It may seem like Max Wurzburg is living under a cloud lately, but the Spokane native figures he’s lucky to be alive.
Wurzburg said he watched four people die in a traffic accident in Thailand last month, and then fled a nightclub fire that killed four more people the same evening.
He awoke in terror to Japan’s violent earthquake, and in its aftermath was reduced to fighting off hunger and cold inside his torn apartment in Takarazuka.
In spite of all this, the 23-year-old English teacher remains upbeat, an example of the resilience of people caught in disaster.
“I feel I’m lucky not to be hurt. You’ve got to look at it that way,” he said by telephone from Japan this week.
The earthquake leveled many of the apartments in his neighborhood and cut off water and natural gas lines.
Electrical power and telephone service kept working, Wurzburg said. He’s been able to keep warm with a small space heater and talk to his family in Spokane.
Wurzburg left for Japan in August after graduating from Washington State University last spring. He is also a graduate of Lewis and Clark High School in Spokane.
He was hired by the Japanese government to teach English at a high school in Takarazuka, midway between Kobe and Osaka in the zone of destruction. It was not clear at the end of the week whether Wurzburg would continue teaching classes under his contract with the Japanese.
Wurzburg said his encounters with death and destruction began on a trip to Thailand three weeks ago during a break in classes. He and two other Americans were visiting a scenic island south of Bangkok.
On New Year’s Eve, they paid a local resident to drive them to a nightclub in a nearby town. As the pickup slowed going up a hill, it was passed by a moped with two people on board. Another moped carrying three people appeared at the top of the hill. The two mopeds collided in front of the pickup. Bodies and vehicle parts flew in all directions. The pickup couldn’t avoid hitting two of the people, Wurzburg said.
The driver and the passengers in the truck were not hurt. When Wurzburg and his buddies jumped out to help the victims, the driver of the pickup sped off.
An ambulance and another truck arrived about 45 minutes later. The ambulance took one victim, leaving behind two others who were still alive and seriously hurt.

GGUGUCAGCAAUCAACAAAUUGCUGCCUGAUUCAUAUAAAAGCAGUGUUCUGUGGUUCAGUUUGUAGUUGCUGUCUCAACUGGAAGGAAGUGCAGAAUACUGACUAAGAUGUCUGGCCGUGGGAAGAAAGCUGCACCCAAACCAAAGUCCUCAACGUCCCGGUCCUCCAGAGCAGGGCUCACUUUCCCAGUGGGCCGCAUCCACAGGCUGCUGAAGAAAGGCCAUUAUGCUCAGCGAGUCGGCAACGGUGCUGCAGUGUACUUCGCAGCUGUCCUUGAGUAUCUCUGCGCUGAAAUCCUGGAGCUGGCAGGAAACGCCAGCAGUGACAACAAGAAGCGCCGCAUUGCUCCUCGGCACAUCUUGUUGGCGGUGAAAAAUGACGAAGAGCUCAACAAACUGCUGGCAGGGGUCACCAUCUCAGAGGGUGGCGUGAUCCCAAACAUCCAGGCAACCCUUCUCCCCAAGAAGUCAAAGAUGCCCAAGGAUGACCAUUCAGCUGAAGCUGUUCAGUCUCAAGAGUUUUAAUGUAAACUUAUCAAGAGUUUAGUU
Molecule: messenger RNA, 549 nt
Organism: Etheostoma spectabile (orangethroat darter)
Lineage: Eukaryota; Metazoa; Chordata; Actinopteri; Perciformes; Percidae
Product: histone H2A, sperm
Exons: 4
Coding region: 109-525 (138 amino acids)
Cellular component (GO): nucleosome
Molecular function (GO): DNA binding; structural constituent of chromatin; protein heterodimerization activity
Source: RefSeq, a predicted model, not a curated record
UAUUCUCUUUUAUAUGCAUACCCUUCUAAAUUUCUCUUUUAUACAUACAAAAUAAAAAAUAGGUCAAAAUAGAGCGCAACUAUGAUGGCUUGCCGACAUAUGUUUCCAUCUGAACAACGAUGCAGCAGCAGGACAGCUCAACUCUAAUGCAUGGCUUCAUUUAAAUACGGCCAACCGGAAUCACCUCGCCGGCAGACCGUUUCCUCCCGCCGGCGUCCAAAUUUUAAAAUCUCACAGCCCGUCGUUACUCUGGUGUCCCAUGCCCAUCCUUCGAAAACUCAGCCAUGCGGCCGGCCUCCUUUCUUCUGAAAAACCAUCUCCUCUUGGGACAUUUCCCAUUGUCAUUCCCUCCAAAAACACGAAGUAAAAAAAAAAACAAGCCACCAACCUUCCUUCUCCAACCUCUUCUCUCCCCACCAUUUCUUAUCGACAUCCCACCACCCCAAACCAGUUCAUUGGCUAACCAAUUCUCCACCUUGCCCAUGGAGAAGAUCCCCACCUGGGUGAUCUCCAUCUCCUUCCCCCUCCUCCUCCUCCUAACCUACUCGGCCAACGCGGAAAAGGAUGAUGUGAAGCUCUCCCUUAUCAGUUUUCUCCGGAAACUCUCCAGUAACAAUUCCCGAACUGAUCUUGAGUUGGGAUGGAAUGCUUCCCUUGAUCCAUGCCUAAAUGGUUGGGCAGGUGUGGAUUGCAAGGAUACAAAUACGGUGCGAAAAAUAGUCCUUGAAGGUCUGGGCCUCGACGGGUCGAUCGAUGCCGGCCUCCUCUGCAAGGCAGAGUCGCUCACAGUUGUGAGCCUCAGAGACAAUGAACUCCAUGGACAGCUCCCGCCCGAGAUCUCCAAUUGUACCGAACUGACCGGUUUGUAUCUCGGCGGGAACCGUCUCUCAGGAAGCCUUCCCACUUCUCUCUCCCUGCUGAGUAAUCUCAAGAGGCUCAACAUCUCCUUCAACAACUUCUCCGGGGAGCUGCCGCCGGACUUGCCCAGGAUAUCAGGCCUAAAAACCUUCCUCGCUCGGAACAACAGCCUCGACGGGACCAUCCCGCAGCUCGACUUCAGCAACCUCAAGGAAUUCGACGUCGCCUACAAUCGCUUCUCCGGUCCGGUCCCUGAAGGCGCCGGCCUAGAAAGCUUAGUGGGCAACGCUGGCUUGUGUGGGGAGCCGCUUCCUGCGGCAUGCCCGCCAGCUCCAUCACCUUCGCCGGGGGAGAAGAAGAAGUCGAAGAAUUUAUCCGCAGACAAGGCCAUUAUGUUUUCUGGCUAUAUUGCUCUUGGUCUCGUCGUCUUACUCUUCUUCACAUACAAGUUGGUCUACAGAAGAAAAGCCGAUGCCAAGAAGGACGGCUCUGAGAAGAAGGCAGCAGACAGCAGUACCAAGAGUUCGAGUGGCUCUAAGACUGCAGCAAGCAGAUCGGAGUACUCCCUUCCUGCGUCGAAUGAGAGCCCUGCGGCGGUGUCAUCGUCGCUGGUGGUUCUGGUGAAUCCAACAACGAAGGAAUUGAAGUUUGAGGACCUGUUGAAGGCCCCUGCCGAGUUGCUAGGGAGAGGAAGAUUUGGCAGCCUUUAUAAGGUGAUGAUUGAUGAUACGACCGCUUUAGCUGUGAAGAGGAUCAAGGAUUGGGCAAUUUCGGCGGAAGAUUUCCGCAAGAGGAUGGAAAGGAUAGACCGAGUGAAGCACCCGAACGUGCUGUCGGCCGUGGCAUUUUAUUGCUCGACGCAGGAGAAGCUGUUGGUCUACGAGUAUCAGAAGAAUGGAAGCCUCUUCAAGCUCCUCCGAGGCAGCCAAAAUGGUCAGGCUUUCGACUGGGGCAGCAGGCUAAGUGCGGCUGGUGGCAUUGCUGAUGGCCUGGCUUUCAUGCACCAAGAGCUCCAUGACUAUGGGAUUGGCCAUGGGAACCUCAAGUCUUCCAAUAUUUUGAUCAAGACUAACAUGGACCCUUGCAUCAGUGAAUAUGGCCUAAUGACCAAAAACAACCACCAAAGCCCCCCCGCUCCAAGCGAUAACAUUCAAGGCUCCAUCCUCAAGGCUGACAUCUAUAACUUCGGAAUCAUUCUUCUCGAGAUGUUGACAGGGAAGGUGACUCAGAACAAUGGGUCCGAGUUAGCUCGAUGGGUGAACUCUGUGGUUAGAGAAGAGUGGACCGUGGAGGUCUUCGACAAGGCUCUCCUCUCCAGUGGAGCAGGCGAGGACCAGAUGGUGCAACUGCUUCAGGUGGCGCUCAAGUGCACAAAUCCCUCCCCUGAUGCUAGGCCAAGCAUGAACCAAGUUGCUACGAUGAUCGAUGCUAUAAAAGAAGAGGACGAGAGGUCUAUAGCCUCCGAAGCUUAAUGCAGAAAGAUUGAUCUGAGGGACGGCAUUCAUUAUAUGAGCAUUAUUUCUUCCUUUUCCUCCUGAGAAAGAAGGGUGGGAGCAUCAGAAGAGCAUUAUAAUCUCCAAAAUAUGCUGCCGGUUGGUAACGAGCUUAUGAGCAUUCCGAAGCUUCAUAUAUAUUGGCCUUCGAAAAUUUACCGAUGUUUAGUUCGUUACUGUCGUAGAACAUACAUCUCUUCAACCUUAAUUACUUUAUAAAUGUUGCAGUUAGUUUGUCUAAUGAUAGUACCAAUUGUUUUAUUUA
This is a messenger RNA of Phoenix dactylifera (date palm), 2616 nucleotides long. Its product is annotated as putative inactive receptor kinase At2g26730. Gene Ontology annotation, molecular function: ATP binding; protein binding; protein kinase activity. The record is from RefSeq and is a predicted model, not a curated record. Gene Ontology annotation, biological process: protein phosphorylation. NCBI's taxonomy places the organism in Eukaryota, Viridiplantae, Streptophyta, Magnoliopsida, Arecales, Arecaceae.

Wurzburg said he later learned the only survivor was the woman who was taken away by ambulance. “It was out of my control,” he said. “It was a very strange experience.”
“It was pretty amazing because the medical care was pretty much nonexistent,” he said.
After the accident, Wurzburg and his friends continued on foot to the nightclub, even though they weren’t in much of a party mood when midnight arrived.
No sooner had they ordered a beer than someone on the dance floor ignited fireworks. The charge touched off flames in the thatched roof of the open-air club.
Wurzburg and his friends escaped. Not everyone was so fortunate. Four people were crushed and burned when the fiery roof collapsed, Wurzburg said.
Shaken but unharmed, he returned to classes Jan. 9.
Then last Monday, the earthquake jolted him from his sleep before dawn. Pieces of the ceiling fell onto his face. He pushed the debris aside and grabbed a bed post.
The earthquake, he said, “is something so frightening it takes your breath away. You are just overwhelmed. “You could hear screams, these terrible screams coming from people’s homes, and explosions from power lines and the gas in people’s homes exploding.”
Wurzburg said he was lucky because the walls and roof of his apartment remained standing. There are gaping holes in the walls and the doors don’t close. He gathered debris to block the winter air from the living room.
By Friday, Wurzburg had arranged for a room at a hotel in Osaka, and was awaiting word from school officials about the start of classes, said his mother, Jan Wurzburg.
“It’s OK. I’m alive,” he said. “It could be a lot worse.”